That, of course, doesn’t even include the last time the Cards played in Raymond James Stadium, which didn’t include the Buccaneers but did include Bruce Arians on the other sideline.

“I don’t have any good memories from this stadium at all,” Fitzgerald said.

The Cardinals desperately need to change that up this time around. It couldn’t be lined up any better. The team stayed in Florida for the week, to prep for the early start/humidity/weather. The Buccaneers decided to start a rookie quarterback – a third-round pick, no less – and will probably inactivate the only QB on the roster who has ever had any success in the NFL (and who played well against the Cards in 2010 in Arizona.) Fitzgerald is back healthy. The Bucs are 0-3 in the first place.

There seems like a giant chasm between a 2-2 record and a 1-3 record.

— Fitzgerald was talking – again, like he has the past couple of years – about what the problems were of the offense. Fitz obliged the best he could, and then was asked if he ever tired of saying the same things. Fitz smiled.

“I can give you clichés all day,” Fitzgerald said. “I’ve got them in my back pocket. I’m not going to give you any bulletin board material. I’m going to keep it classy.”

— Some of the issues aren’t new. Offensive coordinator Harold Goodwin reiterated the need to protect Carson Palmer better, and if that happens, the offense flow from there. Once again, Goodwin was asked about extra blocking help on the edge, especially for left tackle Levi Brown.

“There’s only so many things you can do in a game based on what we do,” Goodwin said. “We are going to go empty. We are going to do play-action pass. Obviously he’s got to get the job done. Otherwise I’ll be in there.”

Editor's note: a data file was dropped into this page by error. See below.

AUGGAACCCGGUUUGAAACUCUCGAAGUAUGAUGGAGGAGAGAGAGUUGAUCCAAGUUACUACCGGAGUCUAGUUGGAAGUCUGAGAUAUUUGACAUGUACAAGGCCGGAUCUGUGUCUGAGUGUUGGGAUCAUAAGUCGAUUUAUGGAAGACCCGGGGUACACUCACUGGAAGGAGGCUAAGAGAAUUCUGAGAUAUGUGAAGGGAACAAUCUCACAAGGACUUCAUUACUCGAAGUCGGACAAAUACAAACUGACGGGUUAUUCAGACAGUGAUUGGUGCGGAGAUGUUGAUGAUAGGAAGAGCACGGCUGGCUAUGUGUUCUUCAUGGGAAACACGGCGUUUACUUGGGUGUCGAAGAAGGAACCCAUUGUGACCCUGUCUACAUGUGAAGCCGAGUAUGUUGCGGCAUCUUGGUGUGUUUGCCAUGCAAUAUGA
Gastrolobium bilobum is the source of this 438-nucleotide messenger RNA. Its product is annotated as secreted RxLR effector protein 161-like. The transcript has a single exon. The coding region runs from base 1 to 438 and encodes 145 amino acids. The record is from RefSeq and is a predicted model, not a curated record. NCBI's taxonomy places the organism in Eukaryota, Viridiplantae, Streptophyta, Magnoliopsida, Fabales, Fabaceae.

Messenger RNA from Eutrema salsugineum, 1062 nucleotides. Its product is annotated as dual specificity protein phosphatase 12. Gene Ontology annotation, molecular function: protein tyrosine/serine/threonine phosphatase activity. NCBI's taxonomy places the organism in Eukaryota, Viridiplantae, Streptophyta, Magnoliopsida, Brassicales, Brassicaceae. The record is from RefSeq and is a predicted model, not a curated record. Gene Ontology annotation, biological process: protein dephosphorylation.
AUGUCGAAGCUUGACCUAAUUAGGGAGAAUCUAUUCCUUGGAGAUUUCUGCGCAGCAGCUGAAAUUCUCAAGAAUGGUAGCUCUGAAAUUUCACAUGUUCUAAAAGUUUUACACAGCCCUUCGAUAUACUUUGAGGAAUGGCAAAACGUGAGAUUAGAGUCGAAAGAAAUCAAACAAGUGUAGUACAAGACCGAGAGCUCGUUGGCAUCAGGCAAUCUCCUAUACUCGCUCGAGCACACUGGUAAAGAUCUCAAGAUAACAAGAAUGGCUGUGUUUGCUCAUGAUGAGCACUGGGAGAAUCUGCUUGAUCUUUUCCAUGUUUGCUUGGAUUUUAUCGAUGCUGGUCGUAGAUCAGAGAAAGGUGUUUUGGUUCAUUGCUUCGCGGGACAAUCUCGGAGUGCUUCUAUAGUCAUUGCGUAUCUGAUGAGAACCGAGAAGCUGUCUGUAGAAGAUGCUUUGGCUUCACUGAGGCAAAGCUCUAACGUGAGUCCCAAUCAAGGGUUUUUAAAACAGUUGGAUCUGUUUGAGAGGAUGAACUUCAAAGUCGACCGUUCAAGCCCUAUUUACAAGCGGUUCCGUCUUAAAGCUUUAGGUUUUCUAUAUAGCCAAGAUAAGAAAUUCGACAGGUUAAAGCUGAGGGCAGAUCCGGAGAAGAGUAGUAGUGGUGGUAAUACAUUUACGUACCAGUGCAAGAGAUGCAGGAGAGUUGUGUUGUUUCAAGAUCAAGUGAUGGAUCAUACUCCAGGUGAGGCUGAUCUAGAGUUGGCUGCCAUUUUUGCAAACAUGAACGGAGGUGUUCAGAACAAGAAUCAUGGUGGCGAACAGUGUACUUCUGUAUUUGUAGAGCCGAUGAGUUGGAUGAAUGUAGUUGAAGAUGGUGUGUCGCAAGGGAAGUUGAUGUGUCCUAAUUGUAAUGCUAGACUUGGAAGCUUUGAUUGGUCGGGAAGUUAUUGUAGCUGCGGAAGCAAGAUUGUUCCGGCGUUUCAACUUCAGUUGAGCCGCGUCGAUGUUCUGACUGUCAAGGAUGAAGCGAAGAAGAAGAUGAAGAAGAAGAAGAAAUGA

— The reality is that most teams have protection issues these days. Look around the league. That doesn’t excuse problems Brown or anyone else have, but few teams are satisfied. It can change week to week too. As for sacks, the goal is “get the number down,” Goodwin said. “You are going to give up sacks, it’s the nature of the beast. We just have to do a better job getting in front of those guys, try and slow them down.”

— If the equation is a) the Bucs’ top two receivers Mike Williams and Vincent Jackson are questionable with injuries and b) the Bucs are starting rookie Mike Glennon at quarterback and c) the Bucs have a solid run game with Doug Martin in the backfield, well, that all should equal some obvious offensive tendencies. That run defense we saw through the first two-and-three-quarter games – before the Saints game went sideways – is what the Cards need in Tampa.

— Looking back at that 2007 game, the seven-point loss – the Bucs had the ball for more than 43 minutes. How is that even possible in a 17-10 game? I’m sure the Bucs want to possess the ball again like that. The best thing the Cards could do is have another opening drive like the one in New Orleans. With Glennon and not Drew Brees, the affect would be much greater.

— Martin, whose nickname in college was the “Muscle Hamster” – a nickname Martin clearly hated – played at Boise State. His tackle was current Cardinal Nate Potter, and at one point, there was a story going around that Potter gave him the nickname. Martin said that wasn’t the case.

“He actually didn’t call me the nickname, and that’s why I like him,” Martin said.

— How the Cards deal with the loss of their starting linebackers is going to be a major storyline. It isn’t as if Lorenzo Alexander and Sam Acho were dominant, but they were starters for a reason. And they clearly will be missed on special teams, which has been the one spot that’s been pretty consistent up until this point. What you have to wonder about is the coverage skills of the outside guys on the roster. Shaughnessy, Abraham and Moch are all pass rushers first.

— It’s been a crazy week with the finger issue of Rashad Johnson, all the way to the very real possibility he will play Sunday. That just is unreal to me.

— The team will bus from Sarasota to Tampa tomorrow afternoon. Two-game road trips in the NFL – true road trips, not road games on back-to-back weekends – are rare. We’ll see if the Cards can come up with a split.